Enter your mobile number or email address below and we'll send you a link to download the free Kindle App. Then you can start reading Kindle books on your smartphone, tablet, or computer - no Kindle device required.

  • Apple
  • Android
  • Windows Phone
  • Android

To get the free app, enter your mobile phone number.

  • List Price: $24.00
  • Save: $10.70 (45%)
FREE Shipping on orders with at least $25 of books.
Only 18 left in stock (more on the way).
Ships from and sold by Amazon.com. Gift-wrap available.
A Conservationist Manifes... has been added to your Cart
FREE Shipping on orders over $25.
Condition: Used: Very Good
Comment: Except author's inscription, No writing or highlighting. Binding tight. Minor shelf wear to cover, corners and edges.
Have one to sell? Sell on Amazon
Flip to back Flip to front
Listen Playing... Paused   You're listening to a sample of the Audible audio edition.
Learn more
See all 2 images

A Conservationist Manifesto Paperback – March 20, 2009

5.0 out of 5 stars 10 customer reviews

See all 5 formats and editions Hide other formats and editions
Price
New from Used from
Kindle
"Please retry"
Paperback
"Please retry"
$13.30
$6.00 $4.88

Wiley Summer Savings Event.
Wiley Summer Savings Event.
Save up to 40% during Wiley's Summer Savings Event. Learn more.
$13.30 FREE Shipping on orders with at least $25 of books. Only 18 left in stock (more on the way). Ships from and sold by Amazon.com. Gift-wrap available.
click to open popover

Frequently Bought Together

  • A Conservationist Manifesto
  • +
  • EasyWriter
Total price: $34.13
Buy the selected items together


Editorial Reviews

From Publishers Weekly

In these predictable but frequently insightful essays, Sanders (Writing from the Center) muses on how to care for the Earth, local communities and future generations. He condemns the mainstream American way of life as an infantile dream of endless consumption, endless novelty, and endless play and, calling for a dream worthy of grownups, explores ways to realize this dream, such as his own decision to stay put in one place and discover that his ambition was not to make a good career but to make a good life and remain attentive to nature and the present moment. Sanders offers a 40-point Conservationist Manifesto, which, in its thoroughness, thoughtfulness and inclusion of environmental justice issues would serve the environmentalist community well. But the most original and intriguing ideas in this book are Sanders's thoughts about words and their meanings, as when he suggests that for a season we make explicit the meaning of consumers by replacing it with devourers, or that wilderness is a Sabbath of space rather than time, and we need both kinds of Sabbath because Earth could use a respite from our demands. (Apr.)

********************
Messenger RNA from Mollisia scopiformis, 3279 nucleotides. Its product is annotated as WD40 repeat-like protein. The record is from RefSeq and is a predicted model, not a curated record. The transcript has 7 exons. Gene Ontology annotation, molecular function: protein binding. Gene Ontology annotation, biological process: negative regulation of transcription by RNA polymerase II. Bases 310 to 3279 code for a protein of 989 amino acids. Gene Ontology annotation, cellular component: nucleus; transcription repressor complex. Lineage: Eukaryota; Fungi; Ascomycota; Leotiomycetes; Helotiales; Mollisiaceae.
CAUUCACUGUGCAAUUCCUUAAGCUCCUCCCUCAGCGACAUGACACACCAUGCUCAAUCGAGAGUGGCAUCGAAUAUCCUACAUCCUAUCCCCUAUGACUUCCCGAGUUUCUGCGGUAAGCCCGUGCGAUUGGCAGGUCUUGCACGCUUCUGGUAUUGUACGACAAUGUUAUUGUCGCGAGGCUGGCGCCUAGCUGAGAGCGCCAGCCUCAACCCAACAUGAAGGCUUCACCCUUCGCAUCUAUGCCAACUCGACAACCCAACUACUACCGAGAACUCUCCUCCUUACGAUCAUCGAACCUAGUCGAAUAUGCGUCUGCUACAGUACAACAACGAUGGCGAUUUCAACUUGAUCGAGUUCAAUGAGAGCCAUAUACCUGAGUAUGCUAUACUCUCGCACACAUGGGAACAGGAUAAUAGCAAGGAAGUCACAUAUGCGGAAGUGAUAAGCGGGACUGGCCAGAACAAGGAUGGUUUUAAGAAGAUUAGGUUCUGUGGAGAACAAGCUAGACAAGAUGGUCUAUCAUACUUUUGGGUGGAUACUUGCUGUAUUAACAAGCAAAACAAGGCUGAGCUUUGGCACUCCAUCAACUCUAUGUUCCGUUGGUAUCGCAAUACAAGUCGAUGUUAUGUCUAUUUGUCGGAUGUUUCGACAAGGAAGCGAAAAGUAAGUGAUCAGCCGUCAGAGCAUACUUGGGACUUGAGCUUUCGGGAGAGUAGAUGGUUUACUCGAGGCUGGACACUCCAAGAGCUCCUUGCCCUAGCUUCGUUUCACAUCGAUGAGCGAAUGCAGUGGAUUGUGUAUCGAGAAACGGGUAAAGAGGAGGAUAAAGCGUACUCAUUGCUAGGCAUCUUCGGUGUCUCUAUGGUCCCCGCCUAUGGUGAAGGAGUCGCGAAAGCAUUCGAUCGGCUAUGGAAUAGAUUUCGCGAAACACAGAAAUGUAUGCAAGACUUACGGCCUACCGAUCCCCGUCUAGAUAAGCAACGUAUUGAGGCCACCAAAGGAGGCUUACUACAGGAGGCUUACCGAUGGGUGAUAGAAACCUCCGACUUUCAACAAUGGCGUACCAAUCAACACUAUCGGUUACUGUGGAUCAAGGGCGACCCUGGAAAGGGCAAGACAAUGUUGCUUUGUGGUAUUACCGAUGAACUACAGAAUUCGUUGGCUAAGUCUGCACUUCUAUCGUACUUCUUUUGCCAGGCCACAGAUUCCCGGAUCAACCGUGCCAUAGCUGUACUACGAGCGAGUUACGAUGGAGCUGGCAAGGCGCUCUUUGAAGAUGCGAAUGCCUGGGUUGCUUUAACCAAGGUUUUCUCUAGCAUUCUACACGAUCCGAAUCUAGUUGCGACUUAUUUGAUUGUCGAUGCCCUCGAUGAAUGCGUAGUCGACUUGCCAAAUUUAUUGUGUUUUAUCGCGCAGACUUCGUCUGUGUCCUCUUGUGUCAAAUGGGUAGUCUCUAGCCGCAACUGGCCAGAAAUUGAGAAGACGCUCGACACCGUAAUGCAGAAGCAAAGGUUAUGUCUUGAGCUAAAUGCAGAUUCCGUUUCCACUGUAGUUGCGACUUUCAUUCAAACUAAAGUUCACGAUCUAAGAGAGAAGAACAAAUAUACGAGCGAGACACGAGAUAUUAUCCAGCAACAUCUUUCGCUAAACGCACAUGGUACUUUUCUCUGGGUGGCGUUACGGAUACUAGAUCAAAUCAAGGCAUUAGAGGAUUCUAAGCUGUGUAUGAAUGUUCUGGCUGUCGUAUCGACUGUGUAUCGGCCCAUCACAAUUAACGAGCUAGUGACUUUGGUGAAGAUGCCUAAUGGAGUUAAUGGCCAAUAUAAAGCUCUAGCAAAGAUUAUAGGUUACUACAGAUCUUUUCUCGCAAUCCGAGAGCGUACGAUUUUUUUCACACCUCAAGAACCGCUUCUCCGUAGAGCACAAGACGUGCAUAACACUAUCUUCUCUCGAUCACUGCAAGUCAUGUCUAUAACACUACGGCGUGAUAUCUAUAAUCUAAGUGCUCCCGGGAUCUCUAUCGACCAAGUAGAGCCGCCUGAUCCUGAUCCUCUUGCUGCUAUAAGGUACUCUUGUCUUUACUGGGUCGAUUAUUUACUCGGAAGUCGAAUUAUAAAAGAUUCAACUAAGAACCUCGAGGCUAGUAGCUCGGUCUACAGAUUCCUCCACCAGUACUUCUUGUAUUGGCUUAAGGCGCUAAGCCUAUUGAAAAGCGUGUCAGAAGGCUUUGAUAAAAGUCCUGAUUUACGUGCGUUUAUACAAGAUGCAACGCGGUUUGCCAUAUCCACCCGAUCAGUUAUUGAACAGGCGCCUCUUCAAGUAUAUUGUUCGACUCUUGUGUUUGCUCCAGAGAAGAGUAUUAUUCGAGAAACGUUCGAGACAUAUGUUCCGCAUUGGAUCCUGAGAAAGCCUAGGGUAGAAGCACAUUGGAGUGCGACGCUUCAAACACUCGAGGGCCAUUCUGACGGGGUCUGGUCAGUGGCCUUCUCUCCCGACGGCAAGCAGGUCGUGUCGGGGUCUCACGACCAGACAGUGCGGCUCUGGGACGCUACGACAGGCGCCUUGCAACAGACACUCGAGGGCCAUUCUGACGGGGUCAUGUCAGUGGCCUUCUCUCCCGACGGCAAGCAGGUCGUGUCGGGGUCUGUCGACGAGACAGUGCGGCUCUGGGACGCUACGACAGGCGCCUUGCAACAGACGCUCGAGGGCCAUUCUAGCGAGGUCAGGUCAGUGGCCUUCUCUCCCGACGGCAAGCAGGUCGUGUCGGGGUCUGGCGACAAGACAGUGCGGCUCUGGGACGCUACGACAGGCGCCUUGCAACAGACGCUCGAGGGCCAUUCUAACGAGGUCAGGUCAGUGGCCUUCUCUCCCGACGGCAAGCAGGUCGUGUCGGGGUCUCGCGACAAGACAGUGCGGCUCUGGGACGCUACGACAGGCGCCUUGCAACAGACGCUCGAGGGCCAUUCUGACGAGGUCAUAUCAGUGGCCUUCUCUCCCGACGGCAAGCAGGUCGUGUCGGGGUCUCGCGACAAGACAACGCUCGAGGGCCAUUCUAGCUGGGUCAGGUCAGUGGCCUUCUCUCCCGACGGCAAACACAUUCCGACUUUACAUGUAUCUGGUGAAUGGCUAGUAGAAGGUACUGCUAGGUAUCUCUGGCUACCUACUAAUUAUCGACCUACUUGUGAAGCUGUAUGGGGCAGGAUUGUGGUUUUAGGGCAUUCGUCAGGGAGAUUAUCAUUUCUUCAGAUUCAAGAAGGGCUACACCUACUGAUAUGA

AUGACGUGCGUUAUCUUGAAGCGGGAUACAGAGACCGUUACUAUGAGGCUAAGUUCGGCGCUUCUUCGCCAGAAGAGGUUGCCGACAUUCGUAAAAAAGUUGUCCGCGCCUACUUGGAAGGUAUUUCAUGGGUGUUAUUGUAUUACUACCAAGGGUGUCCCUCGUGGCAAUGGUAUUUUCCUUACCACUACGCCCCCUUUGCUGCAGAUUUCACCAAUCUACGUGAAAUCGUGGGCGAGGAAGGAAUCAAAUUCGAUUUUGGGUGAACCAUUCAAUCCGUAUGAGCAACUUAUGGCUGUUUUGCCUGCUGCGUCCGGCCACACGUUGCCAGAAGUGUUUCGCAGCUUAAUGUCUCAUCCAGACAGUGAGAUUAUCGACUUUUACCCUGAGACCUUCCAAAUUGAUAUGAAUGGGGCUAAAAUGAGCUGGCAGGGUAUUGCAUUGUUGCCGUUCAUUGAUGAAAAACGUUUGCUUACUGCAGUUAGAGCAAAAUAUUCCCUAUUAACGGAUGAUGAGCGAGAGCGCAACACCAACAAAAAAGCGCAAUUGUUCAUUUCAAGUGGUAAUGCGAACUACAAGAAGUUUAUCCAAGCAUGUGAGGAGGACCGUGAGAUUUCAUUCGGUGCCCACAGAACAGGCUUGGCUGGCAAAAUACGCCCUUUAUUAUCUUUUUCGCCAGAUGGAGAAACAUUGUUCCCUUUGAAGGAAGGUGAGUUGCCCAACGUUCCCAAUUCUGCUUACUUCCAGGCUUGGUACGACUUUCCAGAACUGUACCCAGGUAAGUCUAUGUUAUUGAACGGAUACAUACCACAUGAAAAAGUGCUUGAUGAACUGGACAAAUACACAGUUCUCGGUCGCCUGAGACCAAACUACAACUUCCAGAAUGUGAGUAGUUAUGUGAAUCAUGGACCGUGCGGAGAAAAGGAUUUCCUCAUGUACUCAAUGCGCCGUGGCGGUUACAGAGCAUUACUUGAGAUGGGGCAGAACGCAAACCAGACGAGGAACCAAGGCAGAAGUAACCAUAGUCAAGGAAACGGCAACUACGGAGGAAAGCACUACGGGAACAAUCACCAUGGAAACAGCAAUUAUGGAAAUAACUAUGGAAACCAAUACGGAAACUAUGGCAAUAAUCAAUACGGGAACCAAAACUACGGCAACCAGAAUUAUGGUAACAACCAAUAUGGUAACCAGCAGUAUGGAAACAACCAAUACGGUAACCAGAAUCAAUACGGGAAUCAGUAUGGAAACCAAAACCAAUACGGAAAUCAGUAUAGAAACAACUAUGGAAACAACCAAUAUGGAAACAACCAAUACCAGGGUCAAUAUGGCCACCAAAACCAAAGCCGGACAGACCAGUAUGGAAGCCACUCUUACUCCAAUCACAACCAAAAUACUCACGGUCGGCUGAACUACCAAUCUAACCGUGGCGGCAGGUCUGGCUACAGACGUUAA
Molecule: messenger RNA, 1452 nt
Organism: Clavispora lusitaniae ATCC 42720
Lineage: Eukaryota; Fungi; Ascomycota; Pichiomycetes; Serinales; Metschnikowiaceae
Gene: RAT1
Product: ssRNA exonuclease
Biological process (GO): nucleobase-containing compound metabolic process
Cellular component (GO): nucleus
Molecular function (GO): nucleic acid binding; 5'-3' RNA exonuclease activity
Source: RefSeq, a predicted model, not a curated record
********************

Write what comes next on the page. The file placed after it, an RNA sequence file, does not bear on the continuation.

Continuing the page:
Copyright © Reed Business Information, a division of Reed Elsevier Inc. All rights reserved.

From Booklist

How should we act in response to alarming environmental havoc? As with every great endeavor, such as the abolition of slavery, what’s needed is a declaration of values and intent. A manifesto. Sanders, a proven voice of reason and clarity, offers exactly such a document in the hope of shaping an effective green movement. But first he has some stories to share, terms to define, and fresh perspectives to establish. Writing lucidly and stirringly from his home base in Indiana, Sanders views preserving wilderness as a Sabbath in space instead of in time. People who practice an “ethic of restraint” are ark builders because their simpler ways of living are “vessels” holding the wisdom we need to survive the “rising flood” of environmental concerns. Sanders writes crisply about what it really means to call a place home; reminds us of our “common wealth,” the living world; and decries “endless consumption.” Generosity of spirit and love of life underpin Sanders’ 40-point blueprint for ecological health. --Donna Seaman --This text refers to an out of print or unavailable edition of this title.
NO_CONTENT_IN_FEATURE

The latest book club pick from Oprah
"The Underground Railroad" by Colson Whitehead is a magnificent novel chronicling a young slave's adventures as she makes a desperate bid for freedom in the antebellum South. See more

Product Details

  • Paperback: 256 pages
  • Publisher: Indiana University Press (March 20, 2009)
  • Language: English
  • ISBN-10: 0253220807
  • ISBN-13: 978-0253220806
  • Product Dimensions: 5.5 x 0.6 x 8.2 inches
  • Shipping Weight: 11.2 ounces (View shipping rates and policies)
  • Average Customer Review: 5.0 out of 5 stars  See all reviews (10 customer reviews)
  • Amazon Best Sellers Rank: #241,415 in Books (See Top 100 in Books)

Customer Reviews

5 star
100%
4 star
0%
3 star
0%
2 star
0%
1 star
0%
See all 10 customer reviews
Share your thoughts with other customers

Top Customer Reviews

By S. R. Sanders on March 11, 2009
Format: Paperback
A Conservationist Manifesto envisions a path toward a materially simpler and spiritually richer way of life. At present, merchants and mass media, politicians and pundits, agree in defining us as consumers, as if the purpose of life were to devour the world rather than to savor and preserve it. However appealing consumerism may be to our egos, and however profitable it may be for business, it is ruinous for our planet, our communities, and our souls. What I propose instead is that we imagine ourselves as conservers, as stewards of the earth's bounty and beauty.